White, Catherine
b0102300-5744-4458-a793-c447ac015a68
Griffiths, Peter
ac7afec1-7d72-4b83-b016-3a43e245265b

Bench, Suzanne, Day, Tina, Heelas, Karina, Hopkins, Philip, White, Catherine and Griffiths, Peter (2015) Evaluating the feasibility and effectiveness of a critical care discharge information pack for patients and their families; a pilot cluster randomized controlled trial. British Medical Journal, 5 (e006852), 1-36. (doi:10.1136/bmjopen-2014-006852).

Record type: Article

Abstract

Objectives
To evaluate the feasibility and effectiveness of an information pack, based on self-regulation theory, designed to support patients and their families immediately before, during and after discharge from an intensive care unit.

Design and setting
Prospective assessor-blinded pilot cluster randomized controlled trial (in conjunction with a questionnaire survey of trial participants’ experience) in two intensive care units in England.

Participants
Patients (+/- a family member) who had spent at least 72 hours in an intensive care unit, declared medically fit for discharge to a general ward.

Randomization
Cluster randomization (by day of discharge decision) was used to allocate participants to one of three study groups.

Intervention
A user centred critical care discharge information pack (UCCDIP) containing two booklets; one for the patient (which included a personalized discharge summary) and one for the family, given prior to discharge to the ward.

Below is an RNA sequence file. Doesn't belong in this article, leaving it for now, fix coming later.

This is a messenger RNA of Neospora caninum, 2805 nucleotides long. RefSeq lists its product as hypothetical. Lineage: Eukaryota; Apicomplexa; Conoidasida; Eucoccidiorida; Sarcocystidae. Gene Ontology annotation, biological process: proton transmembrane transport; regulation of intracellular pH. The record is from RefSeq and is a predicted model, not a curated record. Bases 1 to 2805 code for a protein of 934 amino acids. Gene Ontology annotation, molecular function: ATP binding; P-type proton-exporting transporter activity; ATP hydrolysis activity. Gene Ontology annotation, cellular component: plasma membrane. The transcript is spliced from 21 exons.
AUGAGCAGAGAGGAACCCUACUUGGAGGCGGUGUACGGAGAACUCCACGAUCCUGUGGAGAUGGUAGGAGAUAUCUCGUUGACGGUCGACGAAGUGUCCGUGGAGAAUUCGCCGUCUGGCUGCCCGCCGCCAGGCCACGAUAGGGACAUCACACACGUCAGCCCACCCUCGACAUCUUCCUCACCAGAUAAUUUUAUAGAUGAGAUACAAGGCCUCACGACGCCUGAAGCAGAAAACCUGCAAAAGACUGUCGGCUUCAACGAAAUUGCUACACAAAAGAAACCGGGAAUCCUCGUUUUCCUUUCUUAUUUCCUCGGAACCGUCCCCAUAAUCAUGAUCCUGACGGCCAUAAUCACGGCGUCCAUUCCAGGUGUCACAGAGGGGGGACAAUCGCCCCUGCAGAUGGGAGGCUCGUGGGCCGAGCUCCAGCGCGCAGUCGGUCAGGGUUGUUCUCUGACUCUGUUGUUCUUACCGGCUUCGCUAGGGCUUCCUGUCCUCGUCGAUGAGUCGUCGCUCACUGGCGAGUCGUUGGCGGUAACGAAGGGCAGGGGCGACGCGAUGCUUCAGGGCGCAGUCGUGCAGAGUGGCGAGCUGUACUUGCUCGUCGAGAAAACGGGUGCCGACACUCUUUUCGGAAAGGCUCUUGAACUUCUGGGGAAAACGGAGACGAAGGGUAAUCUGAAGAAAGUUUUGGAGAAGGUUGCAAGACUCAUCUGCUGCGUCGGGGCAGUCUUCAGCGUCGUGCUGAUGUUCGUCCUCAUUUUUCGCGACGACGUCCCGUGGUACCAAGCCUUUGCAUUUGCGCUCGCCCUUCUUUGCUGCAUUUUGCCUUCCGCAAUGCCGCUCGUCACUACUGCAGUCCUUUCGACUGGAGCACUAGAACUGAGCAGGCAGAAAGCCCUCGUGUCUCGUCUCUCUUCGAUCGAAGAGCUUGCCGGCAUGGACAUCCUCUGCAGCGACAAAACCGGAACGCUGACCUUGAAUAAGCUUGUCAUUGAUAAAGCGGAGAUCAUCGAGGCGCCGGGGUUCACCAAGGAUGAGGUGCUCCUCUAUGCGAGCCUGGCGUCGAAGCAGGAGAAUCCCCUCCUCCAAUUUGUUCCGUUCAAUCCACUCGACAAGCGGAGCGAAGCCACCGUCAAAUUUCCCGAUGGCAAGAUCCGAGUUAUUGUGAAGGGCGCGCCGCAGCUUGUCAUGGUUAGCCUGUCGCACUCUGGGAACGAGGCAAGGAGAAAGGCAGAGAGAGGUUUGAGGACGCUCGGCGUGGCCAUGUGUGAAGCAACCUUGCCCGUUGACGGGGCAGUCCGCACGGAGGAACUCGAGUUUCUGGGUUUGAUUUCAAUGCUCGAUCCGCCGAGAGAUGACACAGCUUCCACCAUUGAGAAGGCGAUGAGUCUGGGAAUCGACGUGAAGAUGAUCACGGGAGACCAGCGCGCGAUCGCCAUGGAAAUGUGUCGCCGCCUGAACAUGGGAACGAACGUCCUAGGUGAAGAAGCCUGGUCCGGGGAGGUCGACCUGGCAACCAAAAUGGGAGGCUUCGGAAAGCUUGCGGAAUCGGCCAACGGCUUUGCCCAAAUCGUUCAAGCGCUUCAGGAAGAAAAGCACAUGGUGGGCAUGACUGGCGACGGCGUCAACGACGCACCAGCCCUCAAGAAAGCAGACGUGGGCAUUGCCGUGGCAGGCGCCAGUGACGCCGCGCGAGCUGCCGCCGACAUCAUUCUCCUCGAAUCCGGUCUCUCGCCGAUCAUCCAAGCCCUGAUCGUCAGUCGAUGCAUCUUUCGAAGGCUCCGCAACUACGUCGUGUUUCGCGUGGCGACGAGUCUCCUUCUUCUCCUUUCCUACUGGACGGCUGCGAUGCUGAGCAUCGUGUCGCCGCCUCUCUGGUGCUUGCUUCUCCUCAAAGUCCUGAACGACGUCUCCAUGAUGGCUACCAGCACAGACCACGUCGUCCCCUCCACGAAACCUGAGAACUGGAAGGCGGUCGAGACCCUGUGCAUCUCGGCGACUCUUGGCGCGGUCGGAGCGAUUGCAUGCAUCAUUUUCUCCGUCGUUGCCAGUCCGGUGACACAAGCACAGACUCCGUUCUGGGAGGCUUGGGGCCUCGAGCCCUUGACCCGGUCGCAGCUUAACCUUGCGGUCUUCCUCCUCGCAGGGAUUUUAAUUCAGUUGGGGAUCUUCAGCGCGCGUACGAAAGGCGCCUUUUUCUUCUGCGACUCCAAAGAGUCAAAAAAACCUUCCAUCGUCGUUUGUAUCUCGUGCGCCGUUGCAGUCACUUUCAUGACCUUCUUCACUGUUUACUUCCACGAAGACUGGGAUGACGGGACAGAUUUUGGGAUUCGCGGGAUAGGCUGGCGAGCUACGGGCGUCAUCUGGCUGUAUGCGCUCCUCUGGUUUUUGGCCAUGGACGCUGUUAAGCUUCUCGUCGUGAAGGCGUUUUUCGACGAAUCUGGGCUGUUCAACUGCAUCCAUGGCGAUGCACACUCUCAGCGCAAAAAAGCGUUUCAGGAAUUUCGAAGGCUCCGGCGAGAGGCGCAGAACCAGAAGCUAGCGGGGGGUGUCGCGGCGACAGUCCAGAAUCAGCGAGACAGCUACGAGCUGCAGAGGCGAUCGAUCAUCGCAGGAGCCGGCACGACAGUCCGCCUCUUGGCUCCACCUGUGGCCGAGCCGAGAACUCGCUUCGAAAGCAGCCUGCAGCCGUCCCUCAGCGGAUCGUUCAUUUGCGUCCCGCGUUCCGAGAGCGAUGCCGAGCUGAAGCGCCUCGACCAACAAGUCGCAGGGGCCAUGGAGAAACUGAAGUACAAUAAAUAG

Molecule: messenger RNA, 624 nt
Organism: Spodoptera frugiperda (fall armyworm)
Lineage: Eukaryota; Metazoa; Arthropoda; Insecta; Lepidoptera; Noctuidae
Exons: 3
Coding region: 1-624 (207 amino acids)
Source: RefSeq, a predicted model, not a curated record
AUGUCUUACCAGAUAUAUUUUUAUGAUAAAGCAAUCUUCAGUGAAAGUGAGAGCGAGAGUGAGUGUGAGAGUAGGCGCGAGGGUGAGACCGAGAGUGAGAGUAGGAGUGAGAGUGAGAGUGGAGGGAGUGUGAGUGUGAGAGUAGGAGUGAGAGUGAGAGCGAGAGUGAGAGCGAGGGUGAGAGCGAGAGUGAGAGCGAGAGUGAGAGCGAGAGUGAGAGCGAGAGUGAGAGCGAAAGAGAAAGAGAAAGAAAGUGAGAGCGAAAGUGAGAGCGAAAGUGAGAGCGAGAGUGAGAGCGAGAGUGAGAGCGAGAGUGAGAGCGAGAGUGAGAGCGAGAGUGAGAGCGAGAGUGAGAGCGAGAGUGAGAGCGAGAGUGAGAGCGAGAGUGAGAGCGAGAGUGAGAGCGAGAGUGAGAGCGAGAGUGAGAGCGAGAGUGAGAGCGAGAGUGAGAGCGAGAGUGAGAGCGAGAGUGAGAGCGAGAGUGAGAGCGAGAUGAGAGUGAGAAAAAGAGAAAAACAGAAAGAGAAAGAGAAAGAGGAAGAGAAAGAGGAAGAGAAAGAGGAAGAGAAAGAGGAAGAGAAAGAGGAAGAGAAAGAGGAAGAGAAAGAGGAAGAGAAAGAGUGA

Primary outcome
Psychological well-being measured using hospital anxiety and depression scores (HADS), assessed at 5+/-1 days post unit discharge and 28 days/hospital discharge. Statistical significance (p ? 0.05) was determined using Chi Square (?2) and Kruskal Wallis (H).

Results
One hundred and fifty eight patients were allocated to: intervention (UCCDIP) (n=51), control 1: ad-hoc verbal information (n=59), control 2: booklet published by ICUsteps (n=48). There were no statistically significant differences in the primary outcome. The a priori enrolment goal was not reached and attrition was high. Using HADS as a primary outcome measure, an estimated sample size of 286 is required to power a definitive trial.

Conclusions
Findings from this pilot RCT provide important preliminary data regarding the circumstances under which an intervention based on the principles of UCCDIP could be effective, and the sample size required to demonstrate this.

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More information

Accepted/In Press date: 20 July 2015
e-pub ahead of print date: 27 November 2015
Keywords: randomized controlled trial, critical illness, patient discharge, patient education handout, rehabilitation
Organisations: Faculty of Health Sciences

Identifiers

Local EPrints ID: 379774
URI: http://eprints.soton.ac.uk/id/eprint/379774
ISSN: 0959-8138
PURE UUID: 45d17c0d-3e99-46ff-a1ba-0cc91d518d7f
ORCID for Peter Griffiths: ORCID iD orcid.org/0000-0003-2439-2857

Catalogue record

Date deposited: 18 Aug 2015 11:11
Last modified: 29 Oct 2019 01:42